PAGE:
“How does this team represent this area and the people in it?” another asked. “We don’t know what our identity is, and it’s a huge problem.”
Speaking to SI.com a few weeks later, Curtis sat on a sofa underneath the Henry photo and acknowledged that while he preferred the fans’ passion to apathy, making his point in that sort of environment wasn’t among his strengths. He’d been cloistered behind the scenes since joining the league office in 2007 and was far from his comfort zone that night.
“It was really hard. It was painful. It was a difficult experience,” he admitted.
But he was undeterred. For Curtis, Marsch, GM Marc de Grandpre and the club’s owners, The Plan represents the path to a sustainable identity. It’s a path Red Bull had ignored for years. Signing big-name players who didn’t always fit, hiring unfamiliar or unprepared executives and coaches and thirsting for a quick fix hadn’t produced sustained success. The 2014 season was a lot tougher on the Red Bulls than it appeared from the outside, and ownership’s investment in the youth academy and stadium wasn’t paying off.
“Their belief about the way to achieve success has changed, and I think they have placed a greater priority on really bringing in a team of folks that understand this league and have been around this league and understand the nuances, the coaching landscape, the youth development landscape and the union and CBA landscape,” Curtis said. “My vision was consistent with their vision and the way I thought about moving this club in the direction it needs to be moved.”
Said Marsch last week, “It’s a shift that was being made. I think their attraction to me was that they felt I was a guy who was going to come in and, through the grassroots, from the bottom up on the soccer side, help make this thing better. I think over the years, going after the big names and high-profile coaches led them down treacherous roads. They felt like it was time to invest in the infrastructure of the organization and the people in this organization and try to build a stronger foundation. Ali’s doing a really good job of that in terms of taking all the resources and the good people that are involved here and tying all the loose ends together so there’s a consistent, strong vision.”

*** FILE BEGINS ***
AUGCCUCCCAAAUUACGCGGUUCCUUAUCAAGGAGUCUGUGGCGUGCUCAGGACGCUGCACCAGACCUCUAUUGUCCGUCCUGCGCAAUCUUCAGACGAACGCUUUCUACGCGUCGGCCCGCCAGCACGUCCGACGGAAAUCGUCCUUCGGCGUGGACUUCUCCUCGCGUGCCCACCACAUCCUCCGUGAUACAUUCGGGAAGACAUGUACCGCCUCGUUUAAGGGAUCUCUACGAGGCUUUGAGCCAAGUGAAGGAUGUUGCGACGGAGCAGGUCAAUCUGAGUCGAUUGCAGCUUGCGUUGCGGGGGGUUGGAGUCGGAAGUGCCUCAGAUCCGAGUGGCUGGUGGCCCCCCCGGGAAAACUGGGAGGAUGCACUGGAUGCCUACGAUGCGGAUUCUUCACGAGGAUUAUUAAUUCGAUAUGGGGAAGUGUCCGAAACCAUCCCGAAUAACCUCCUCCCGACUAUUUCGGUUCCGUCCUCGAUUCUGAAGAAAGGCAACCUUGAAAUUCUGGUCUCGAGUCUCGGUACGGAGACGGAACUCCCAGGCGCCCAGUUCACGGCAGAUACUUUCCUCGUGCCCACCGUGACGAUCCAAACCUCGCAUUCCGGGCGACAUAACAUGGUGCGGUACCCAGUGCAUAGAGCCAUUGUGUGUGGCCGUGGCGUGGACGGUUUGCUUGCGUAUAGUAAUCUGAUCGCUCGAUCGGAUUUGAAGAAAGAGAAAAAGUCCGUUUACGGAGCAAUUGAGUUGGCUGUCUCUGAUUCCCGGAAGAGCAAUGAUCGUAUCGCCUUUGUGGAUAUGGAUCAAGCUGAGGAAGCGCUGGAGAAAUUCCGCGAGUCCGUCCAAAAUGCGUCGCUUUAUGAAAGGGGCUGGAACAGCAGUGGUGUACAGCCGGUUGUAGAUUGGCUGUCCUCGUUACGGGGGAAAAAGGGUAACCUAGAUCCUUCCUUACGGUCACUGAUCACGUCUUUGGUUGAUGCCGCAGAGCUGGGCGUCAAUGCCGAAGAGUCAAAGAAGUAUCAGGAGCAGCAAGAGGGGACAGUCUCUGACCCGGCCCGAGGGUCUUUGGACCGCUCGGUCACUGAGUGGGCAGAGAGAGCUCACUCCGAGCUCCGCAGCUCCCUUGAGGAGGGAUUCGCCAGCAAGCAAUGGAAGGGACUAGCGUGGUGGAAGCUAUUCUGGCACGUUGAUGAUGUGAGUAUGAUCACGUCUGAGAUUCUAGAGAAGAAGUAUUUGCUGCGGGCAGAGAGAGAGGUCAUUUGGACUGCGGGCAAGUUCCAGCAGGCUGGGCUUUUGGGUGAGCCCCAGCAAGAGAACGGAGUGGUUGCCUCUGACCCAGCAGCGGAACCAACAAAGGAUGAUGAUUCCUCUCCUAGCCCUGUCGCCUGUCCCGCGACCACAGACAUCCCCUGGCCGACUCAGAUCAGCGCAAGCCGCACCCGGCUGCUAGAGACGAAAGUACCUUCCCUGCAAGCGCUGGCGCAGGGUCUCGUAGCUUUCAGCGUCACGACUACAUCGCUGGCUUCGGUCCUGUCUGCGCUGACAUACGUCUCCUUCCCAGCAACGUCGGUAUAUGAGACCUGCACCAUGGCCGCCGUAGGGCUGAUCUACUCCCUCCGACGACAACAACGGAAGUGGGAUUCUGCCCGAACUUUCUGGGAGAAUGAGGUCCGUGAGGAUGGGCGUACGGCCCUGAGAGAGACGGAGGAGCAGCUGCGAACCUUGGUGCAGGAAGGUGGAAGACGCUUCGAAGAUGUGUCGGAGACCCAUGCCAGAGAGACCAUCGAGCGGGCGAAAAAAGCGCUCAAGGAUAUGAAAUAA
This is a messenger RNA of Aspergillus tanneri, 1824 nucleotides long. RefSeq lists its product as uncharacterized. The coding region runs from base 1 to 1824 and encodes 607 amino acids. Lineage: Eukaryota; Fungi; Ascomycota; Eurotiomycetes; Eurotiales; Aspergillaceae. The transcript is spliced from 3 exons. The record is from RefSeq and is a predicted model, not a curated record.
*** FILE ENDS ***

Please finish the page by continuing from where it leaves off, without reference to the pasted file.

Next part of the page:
Marsch said that moments after the town hall, he shared an “intense, we’re-all-in, I’ve-got-your-back type of hug” with Curtis and De Grandpre.
“We’ve already been through some tough moments,” the new coach added. “I think as Ali gets more comfortable in his skin and with how to put everything in place here, there will be a better appreciation for his vision. I think we’ve already gotten stronger.”
The Plan is a solution for the long term, written by a man who always took a longer view. Curtis, the second overall selection in the 2001 MLS draft, was preparing for life in a suit and tie before putting on his first pro uniform. He double majored in political science and sociology at Duke, with a minor in markets and management, and interned with Merrill Lynch during the summer before his senior year. Curtis turned down Merrill’s full-time job offer and joined the Tampa Bay Mutiny.
“I wanted to play pro soccer,” he said. “I told myself before I signed that I wanted to play for three or four years and if I was going to play in a World Cup, I’d continue. And if not, I wanted to do something different.”
There would be no World Cup. Curtis tallied nine goals and eight assists in 65 MLS games with Tampa Bay, D.C. United and FC Dallas, and in 2004, he hung up his boots and took a job with J.P. Morgan. He spent a year and a half in Chicago and then moved to Los Angeles, where he was on a team that advised “high-net worth individuals.”